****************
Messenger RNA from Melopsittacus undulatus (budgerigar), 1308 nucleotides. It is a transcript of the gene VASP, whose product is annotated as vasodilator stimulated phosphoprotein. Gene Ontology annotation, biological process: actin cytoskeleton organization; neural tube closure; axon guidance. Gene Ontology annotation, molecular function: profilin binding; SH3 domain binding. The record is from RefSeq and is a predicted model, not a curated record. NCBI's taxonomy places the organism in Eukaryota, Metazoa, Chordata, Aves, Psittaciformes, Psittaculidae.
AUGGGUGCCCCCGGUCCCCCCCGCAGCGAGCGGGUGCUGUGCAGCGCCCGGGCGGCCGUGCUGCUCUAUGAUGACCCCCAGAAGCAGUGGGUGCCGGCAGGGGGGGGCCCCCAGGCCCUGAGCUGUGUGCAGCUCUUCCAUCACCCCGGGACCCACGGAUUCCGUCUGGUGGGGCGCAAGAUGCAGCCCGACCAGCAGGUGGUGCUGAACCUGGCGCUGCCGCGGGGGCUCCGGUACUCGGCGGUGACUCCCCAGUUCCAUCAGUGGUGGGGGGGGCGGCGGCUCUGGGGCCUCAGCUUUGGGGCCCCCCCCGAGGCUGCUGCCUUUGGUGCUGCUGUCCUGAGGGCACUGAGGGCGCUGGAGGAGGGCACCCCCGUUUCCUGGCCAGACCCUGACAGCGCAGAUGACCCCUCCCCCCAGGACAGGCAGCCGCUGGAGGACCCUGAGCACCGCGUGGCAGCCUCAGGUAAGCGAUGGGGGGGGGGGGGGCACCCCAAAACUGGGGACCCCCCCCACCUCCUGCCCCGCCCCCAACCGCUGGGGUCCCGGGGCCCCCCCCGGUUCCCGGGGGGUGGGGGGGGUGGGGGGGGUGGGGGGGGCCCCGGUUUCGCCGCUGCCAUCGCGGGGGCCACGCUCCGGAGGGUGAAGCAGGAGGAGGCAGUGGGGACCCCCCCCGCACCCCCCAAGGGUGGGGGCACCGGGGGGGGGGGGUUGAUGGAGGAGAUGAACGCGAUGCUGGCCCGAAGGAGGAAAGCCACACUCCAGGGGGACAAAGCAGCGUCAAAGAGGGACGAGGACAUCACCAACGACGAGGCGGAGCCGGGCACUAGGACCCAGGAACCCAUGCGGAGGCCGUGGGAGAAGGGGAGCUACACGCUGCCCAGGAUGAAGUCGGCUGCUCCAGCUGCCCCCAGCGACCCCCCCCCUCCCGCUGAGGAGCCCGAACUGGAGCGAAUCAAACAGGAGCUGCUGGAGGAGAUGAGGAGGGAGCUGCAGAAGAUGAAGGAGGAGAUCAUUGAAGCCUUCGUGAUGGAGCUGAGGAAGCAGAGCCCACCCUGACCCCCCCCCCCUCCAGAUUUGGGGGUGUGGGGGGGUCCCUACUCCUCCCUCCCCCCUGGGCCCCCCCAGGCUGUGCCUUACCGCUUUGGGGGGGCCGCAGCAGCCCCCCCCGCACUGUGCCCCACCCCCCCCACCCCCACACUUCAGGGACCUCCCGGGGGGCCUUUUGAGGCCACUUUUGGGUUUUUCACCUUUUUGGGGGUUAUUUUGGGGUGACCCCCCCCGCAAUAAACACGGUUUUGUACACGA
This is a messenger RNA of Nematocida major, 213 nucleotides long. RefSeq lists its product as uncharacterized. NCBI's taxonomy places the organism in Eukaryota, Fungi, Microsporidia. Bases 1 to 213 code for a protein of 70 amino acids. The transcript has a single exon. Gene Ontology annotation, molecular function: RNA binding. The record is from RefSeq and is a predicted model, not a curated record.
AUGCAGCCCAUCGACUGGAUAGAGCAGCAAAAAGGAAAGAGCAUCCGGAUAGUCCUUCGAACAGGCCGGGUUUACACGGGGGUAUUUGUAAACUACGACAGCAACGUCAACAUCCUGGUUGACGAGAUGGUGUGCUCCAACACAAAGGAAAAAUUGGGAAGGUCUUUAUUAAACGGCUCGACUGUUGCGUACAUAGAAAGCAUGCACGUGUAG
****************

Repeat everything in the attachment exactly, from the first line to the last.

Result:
Messenger RNA from Melopsittacus undulatus (budgerigar), 1308 nucleotides. It is a transcript of the gene VASP, whose product is annotated as vasodilator stimulated phosphoprotein. Gene Ontology annotation, biological process: actin cytoskeleton organization; neural tube closure; axon guidance. Gene Ontology annotation, molecular function: profilin binding; SH3 domain binding. The record is from RefSeq and is a predicted model, not a curated record. NCBI's taxonomy places the organism in Eukaryota, Metazoa, Chordata, Aves, Psittaciformes, Psittaculidae.
AUGGGUGCCCCCGGUCCCCCCCGCAGCGAGCGGGUGCUGUGCAGCGCCCGGGCGGCCGUGCUGCUCUAUGAUGACCCCCAGAAGCAGUGGGUGCCGGCAGGGGGGGGCCCCCAGGCCCUGAGCUGUGUGCAGCUCUUCCAUCACCCCGGGACCCACGGAUUCCGUCUGGUGGGGCGCAAGAUGCAGCCCGACCAGCAGGUGGUGCUGAACCUGGCGCUGCCGCGGGGGCUCCGGUACUCGGCGGUGACUCCCCAGUUCCAUCAGUGGUGGGGGGGGCGGCGGCUCUGGGGCCUCAGCUUUGGGGCCCCCCCCGAGGCUGCUGCCUUUGGUGCUGCUGUCCUGAGGGCACUGAGGGCGCUGGAGGAGGGCACCCCCGUUUCCUGGCCAGACCCUGACAGCGCAGAUGACCCCUCCCCCCAGGACAGGCAGCCGCUGGAGGACCCUGAGCACCGCGUGGCAGCCUCAGGUAAGCGAUGGGGGGGGGGGGGGCACCCCAAAACUGGGGACCCCCCCCACCUCCUGCCCCGCCCCCAACCGCUGGGGUCCCGGGGCCCCCCCCGGUUCCCGGGGGGUGGGGGGGGUGGGGGGGGUGGGGGGGGCCCCGGUUUCGCCGCUGCCAUCGCGGGGGCCACGCUCCGGAGGGUGAAGCAGGAGGAGGCAGUGGGGACCCCCCCCGCACCCCCCAAGGGUGGGGGCACCGGGGGGGGGGGGUUGAUGGAGGAGAUGAACGCGAUGCUGGCCCGAAGGAGGAAAGCCACACUCCAGGGGGACAAAGCAGCGUCAAAGAGGGACGAGGACAUCACCAACGACGAGGCGGAGCCGGGCACUAGGACCCAGGAACCCAUGCGGAGGCCGUGGGAGAAGGGGAGCUACACGCUGCCCAGGAUGAAGUCGGCUGCUCCAGCUGCCCCCAGCGACCCCCCCCCUCCCGCUGAGGAGCCCGAACUGGAGCGAAUCAAACAGGAGCUGCUGGAGGAGAUGAGGAGGGAGCUGCAGAAGAUGAAGGAGGAGAUCAUUGAAGCCUUCGUGAUGGAGCUGAGGAAGCAGAGCCCACCCUGACCCCCCCCCCCUCCAGAUUUGGGGGUGUGGGGGGGUCCCUACUCCUCCCUCCCCCCUGGGCCCCCCCAGGCUGUGCCUUACCGCUUUGGGGGGGCCGCAGCAGCCCCCCCCGCACUGUGCCCCACCCCCCCCACCCCCACACUUCAGGGACCUCCCGGGGGGCCUUUUGAGGCCACUUUUGGGUUUUUCACCUUUUUGGGGGUUAUUUUGGGGUGACCCCCCCCGCAAUAAACACGGUUUUGUACACGA
This is a messenger RNA of Nematocida major, 213 nucleotides long. RefSeq lists its product as uncharacterized. NCBI's taxonomy places the organism in Eukaryota, Fungi, Microsporidia. Bases 1 to 213 code for a protein of 70 amino acids. The transcript has a single exon. Gene Ontology annotation, molecular function: RNA binding. The record is from RefSeq and is a predicted model, not a curated record.
AUGCAGCCCAUCGACUGGAUAGAGCAGCAAAAAGGAAAGAGCAUCCGGAUAGUCCUUCGAACAGGCCGGGUUUACACGGGGGUAUUUGUAAACUACGACAGCAACGUCAACAUCCUGGUUGACGAGAUGGUGUGCUCCAACACAAAGGAAAAAUUGGGAAGGUCUUUAUUAAACGGCUCGACUGUUGCGUACAUAGAAAGCAUGCACGUGUAG